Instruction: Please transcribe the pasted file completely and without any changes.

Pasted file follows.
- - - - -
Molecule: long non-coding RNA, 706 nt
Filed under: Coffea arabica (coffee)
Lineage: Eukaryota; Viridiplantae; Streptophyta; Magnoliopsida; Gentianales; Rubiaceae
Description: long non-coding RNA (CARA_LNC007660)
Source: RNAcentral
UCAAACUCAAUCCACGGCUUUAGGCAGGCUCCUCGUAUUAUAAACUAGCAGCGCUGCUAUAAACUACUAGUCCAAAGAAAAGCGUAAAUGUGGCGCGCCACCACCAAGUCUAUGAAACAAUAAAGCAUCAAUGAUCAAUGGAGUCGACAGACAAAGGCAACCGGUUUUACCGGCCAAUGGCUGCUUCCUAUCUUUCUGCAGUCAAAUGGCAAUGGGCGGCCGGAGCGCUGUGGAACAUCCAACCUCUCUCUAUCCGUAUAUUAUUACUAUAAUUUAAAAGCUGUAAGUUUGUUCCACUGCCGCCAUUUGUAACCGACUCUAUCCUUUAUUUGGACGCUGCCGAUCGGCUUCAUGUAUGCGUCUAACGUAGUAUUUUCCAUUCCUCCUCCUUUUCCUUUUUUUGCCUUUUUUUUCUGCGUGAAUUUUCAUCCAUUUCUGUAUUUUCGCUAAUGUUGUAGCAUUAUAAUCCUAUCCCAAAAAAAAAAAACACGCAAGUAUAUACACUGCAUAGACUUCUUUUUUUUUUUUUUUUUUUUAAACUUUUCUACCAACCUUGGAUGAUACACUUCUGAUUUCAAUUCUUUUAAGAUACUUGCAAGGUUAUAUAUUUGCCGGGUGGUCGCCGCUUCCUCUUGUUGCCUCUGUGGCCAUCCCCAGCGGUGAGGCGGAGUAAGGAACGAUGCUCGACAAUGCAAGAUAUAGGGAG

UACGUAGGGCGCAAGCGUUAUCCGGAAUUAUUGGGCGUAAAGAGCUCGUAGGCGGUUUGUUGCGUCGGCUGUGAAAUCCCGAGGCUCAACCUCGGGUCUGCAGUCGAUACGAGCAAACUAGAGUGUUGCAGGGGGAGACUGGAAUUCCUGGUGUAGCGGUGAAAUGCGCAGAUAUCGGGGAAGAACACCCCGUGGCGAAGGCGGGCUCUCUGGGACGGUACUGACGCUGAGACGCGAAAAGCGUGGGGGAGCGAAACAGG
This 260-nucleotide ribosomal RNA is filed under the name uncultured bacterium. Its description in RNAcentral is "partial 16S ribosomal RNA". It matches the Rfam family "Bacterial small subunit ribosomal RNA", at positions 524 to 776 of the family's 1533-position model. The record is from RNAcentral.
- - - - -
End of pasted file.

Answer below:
Molecule: long non-coding RNA, 706 nt
Filed under: Coffea arabica (coffee)
Lineage: Eukaryota; Viridiplantae; Streptophyta; Magnoliopsida; Gentianales; Rubiaceae
Description: long non-coding RNA (CARA_LNC007660)
Source: RNAcentral
UCAAACUCAAUCCACGGCUUUAGGCAGGCUCCUCGUAUUAUAAACUAGCAGCGCUGCUAUAAACUACUAGUCCAAAGAAAAGCGUAAAUGUGGCGCGCCACCACCAAGUCUAUGAAACAAUAAAGCAUCAAUGAUCAAUGGAGUCGACAGACAAAGGCAACCGGUUUUACCGGCCAAUGGCUGCUUCCUAUCUUUCUGCAGUCAAAUGGCAAUGGGCGGCCGGAGCGCUGUGGAACAUCCAACCUCUCUCUAUCCGUAUAUUAUUACUAUAAUUUAAAAGCUGUAAGUUUGUUCCACUGCCGCCAUUUGUAACCGACUCUAUCCUUUAUUUGGACGCUGCCGAUCGGCUUCAUGUAUGCGUCUAACGUAGUAUUUUCCAUUCCUCCUCCUUUUCCUUUUUUUGCCUUUUUUUUCUGCGUGAAUUUUCAUCCAUUUCUGUAUUUUCGCUAAUGUUGUAGCAUUAUAAUCCUAUCCCAAAAAAAAAAAACACGCAAGUAUAUACACUGCAUAGACUUCUUUUUUUUUUUUUUUUUUUUAAACUUUUCUACCAACCUUGGAUGAUACACUUCUGAUUUCAAUUCUUUUAAGAUACUUGCAAGGUUAUAUAUUUGCCGGGUGGUCGCCGCUUCCUCUUGUUGCCUCUGUGGCCAUCCCCAGCGGUGAGGCGGAGUAAGGAACGAUGCUCGACAAUGCAAGAUAUAGGGAG

UACGUAGGGCGCAAGCGUUAUCCGGAAUUAUUGGGCGUAAAGAGCUCGUAGGCGGUUUGUUGCGUCGGCUGUGAAAUCCCGAGGCUCAACCUCGGGUCUGCAGUCGAUACGAGCAAACUAGAGUGUUGCAGGGGGAGACUGGAAUUCCUGGUGUAGCGGUGAAAUGCGCAGAUAUCGGGGAAGAACACCCCGUGGCGAAGGCGGGCUCUCUGGGACGGUACUGACGCUGAGACGCGAAAAGCGUGGGGGAGCGAAACAGG
This 260-nucleotide ribosomal RNA is filed under the name uncultured bacterium. Its description in RNAcentral is "partial 16S ribosomal RNA". It matches the Rfam family "Bacterial small subunit ribosomal RNA", at positions 524 to 776 of the family's 1533-position model. The record is from RNAcentral.